Home / Opinion / Views /  For Indian industry, COP27 is an opportunity

Negotiations at CoP-27 this year were under the shadow of an increasingly complex geopolitical landscape that is causing global energy worries, and the summit concluded on Sunday, more than a day later than planned, with a breakthrough decision on establishing a loss- and-damage fund that will be operationalized by CoP-28 in 2023. This was important for developing countries, which made strong appeals at CoP-27 to compensate countries that are most vulnerable to climate-related disasters but have contributed little to the climate crisis. Along with deliberations on setting a “new collective quantified goal on climate finance" in 2024, taking into account the needs and priorities of developing countries, a key outcome was that negotiators managed to avoid backsliding from commitments made at CoP-26. Parties and non-state actors re-committed themselves to pursue efforts that would cap the global temperature rise at 1.5° Celsius above the pre-industrial level.

From the perspective of India Inc, there are quite a few opportunities ahead to leverage. CoP-27 saw the launch of several initiatives and developments on existing initiatives—particularly those involving non-state actors such as businesses—that open the door to funding and global collaborations on decarbonizing hard-to-abate sectors, driving net-zero transitions for financial institutions, and addressing adaptation and resilience challenges.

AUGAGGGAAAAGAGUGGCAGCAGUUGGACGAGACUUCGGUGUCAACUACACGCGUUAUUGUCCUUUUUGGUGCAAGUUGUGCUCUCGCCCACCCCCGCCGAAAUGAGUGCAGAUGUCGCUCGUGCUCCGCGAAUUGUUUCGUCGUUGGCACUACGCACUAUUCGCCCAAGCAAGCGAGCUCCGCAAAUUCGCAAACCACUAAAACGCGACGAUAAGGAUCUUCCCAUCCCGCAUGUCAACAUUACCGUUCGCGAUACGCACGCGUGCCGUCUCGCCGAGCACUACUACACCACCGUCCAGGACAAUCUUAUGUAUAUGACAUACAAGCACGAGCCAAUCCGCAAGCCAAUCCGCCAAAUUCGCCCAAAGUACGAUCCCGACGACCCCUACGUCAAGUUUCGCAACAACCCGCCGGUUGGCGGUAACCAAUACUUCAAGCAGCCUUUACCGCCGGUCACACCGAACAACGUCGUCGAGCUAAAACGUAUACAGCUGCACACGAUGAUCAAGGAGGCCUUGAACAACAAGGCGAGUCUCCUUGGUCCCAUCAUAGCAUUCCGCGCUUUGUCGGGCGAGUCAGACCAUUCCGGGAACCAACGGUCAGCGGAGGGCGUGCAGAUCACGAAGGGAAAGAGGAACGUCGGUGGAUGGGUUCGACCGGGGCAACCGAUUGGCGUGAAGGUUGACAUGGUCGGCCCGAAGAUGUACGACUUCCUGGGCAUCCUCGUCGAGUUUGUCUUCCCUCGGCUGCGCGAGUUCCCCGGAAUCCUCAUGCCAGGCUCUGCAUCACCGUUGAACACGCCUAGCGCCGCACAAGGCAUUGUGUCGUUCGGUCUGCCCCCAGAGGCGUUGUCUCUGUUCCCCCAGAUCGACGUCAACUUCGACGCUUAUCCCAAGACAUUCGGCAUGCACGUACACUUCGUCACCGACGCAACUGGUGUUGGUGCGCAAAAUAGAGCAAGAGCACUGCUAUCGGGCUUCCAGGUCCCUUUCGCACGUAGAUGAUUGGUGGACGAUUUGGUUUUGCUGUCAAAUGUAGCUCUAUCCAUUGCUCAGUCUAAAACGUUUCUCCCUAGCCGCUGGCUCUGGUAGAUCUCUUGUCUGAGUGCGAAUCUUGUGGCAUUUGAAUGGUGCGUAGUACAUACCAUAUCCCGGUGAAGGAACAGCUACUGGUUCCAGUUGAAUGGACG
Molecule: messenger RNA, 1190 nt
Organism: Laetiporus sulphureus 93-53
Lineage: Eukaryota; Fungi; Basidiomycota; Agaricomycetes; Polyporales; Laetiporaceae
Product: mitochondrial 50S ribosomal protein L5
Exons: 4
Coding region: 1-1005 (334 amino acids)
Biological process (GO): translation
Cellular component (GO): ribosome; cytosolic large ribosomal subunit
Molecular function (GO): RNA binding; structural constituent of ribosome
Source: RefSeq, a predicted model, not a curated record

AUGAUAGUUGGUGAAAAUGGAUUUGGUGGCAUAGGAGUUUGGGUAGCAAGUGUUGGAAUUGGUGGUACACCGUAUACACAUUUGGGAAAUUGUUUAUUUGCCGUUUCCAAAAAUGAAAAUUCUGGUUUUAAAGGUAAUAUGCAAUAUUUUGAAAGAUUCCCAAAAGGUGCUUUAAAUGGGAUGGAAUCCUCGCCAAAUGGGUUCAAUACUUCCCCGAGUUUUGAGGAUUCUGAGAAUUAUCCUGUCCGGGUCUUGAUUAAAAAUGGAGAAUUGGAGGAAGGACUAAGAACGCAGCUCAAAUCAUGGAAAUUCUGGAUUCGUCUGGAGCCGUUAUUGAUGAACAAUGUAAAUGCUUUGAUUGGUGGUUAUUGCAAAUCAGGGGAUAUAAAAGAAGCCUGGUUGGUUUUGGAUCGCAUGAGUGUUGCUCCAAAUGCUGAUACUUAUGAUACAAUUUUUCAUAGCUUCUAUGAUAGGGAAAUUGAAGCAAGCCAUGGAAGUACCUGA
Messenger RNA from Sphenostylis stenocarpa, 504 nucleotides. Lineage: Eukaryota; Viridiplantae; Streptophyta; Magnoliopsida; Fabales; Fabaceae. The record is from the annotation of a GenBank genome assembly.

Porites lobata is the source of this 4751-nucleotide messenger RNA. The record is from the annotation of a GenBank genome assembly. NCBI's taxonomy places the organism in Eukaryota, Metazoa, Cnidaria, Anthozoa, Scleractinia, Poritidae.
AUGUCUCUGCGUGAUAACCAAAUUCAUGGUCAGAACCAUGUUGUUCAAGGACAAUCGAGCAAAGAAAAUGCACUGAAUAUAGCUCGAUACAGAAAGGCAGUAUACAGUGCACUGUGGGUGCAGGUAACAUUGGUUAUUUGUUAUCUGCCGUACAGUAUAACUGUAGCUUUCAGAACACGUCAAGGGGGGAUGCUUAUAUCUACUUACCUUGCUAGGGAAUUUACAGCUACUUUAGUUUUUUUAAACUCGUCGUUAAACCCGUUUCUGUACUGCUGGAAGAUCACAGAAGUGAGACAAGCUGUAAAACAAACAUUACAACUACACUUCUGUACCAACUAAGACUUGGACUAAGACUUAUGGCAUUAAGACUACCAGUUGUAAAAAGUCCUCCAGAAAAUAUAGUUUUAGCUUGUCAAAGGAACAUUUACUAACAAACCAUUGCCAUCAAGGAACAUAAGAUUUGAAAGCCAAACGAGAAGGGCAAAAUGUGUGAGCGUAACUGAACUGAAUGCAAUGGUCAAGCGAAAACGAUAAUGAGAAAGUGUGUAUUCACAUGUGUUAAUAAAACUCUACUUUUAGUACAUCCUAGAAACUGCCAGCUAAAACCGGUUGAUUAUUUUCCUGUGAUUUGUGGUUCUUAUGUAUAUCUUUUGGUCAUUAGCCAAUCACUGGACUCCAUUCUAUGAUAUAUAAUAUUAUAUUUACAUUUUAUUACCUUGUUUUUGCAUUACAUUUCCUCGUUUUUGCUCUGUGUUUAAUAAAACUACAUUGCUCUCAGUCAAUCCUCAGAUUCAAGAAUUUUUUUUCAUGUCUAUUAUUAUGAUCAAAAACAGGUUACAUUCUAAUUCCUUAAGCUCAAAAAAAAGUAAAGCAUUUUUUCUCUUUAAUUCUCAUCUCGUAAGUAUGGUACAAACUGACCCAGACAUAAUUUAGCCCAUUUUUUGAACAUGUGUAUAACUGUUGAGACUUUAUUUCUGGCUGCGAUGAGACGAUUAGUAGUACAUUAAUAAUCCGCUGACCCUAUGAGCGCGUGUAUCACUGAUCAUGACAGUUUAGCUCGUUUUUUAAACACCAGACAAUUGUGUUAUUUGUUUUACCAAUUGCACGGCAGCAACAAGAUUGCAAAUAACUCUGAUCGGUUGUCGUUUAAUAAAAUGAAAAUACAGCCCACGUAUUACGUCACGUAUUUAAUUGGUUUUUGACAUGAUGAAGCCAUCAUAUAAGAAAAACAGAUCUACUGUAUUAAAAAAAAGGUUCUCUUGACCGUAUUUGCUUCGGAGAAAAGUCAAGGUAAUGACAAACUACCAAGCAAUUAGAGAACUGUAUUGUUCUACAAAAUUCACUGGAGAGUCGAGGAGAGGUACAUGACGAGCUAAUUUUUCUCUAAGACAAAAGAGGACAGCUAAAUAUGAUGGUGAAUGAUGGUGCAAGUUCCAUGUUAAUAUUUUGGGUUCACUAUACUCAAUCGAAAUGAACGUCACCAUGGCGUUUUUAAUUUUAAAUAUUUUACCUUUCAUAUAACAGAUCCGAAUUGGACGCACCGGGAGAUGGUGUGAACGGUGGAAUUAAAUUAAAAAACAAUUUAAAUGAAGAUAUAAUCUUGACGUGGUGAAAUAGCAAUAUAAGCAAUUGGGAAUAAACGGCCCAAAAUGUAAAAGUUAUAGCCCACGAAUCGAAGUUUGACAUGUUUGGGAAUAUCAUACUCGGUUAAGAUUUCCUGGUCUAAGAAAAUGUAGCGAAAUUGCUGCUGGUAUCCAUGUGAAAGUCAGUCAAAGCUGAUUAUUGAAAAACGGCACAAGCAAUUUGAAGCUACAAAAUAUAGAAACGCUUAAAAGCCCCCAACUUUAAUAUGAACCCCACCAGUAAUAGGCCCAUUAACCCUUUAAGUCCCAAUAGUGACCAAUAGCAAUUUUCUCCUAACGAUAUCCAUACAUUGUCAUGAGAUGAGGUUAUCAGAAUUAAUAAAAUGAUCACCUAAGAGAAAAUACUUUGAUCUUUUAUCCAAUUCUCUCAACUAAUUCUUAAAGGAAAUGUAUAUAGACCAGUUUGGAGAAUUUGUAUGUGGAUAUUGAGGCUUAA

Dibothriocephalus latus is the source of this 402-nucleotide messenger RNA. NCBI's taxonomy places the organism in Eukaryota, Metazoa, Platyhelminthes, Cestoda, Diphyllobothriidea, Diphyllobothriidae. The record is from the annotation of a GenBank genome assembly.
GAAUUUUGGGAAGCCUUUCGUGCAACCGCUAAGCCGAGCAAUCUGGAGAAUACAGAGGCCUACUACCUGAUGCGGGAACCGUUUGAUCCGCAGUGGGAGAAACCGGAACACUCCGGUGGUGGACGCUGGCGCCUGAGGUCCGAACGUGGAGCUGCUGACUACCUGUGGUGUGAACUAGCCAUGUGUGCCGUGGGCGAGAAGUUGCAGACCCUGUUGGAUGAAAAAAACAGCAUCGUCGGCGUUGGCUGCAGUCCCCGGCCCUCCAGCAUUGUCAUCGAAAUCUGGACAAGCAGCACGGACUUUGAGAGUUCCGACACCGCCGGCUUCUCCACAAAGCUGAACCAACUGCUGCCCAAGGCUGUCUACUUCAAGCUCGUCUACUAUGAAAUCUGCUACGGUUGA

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A very significant outcome from CoP-27 was the launch of the Sharm el-Sheikh Adaptation Agenda, the first comprehensive global plan to rally both state and non-state actors towards a set of adaptation objectives by 2030. It highlights the need to integrate climate risk and adaptation planning into core business strategies. The United Nations Economic and Social Commission for Asia and the Pacific (UNESCAP) risk and resilience portal estimates India’s annualized average loss (AAL) from slow-onset hazards, extreme events and biological hazards at $93 billion (3.35% of GDP), even as India Inc faces rising costs of doing business due to climate-related disruptions to operations and value chains. In this context, the Adaptation Agenda may provide opportunities and direction for Indian industry that will enable it to not only make its own businesses resilient, but also local communities.

On the financial front, the Global Financial Alliance for Net-Zero (GFANZ) released guidance for financial institutions to plan net-zero transitions. Financial institutions are not only creating capacity for energy-transition financing, but are also now expected to have clear transition plans of their own. This offers opportunities for industries looking to garner investments for implementing clean technologies. The agriculture sector also received much needed attention through a series of promised investments by the International Finance Corporation ($6 billion), Gates Foundation ($1.4 billion) and Rockefeller Foundation ($11 billion) to address issues of food security and promote regenerative agriculture.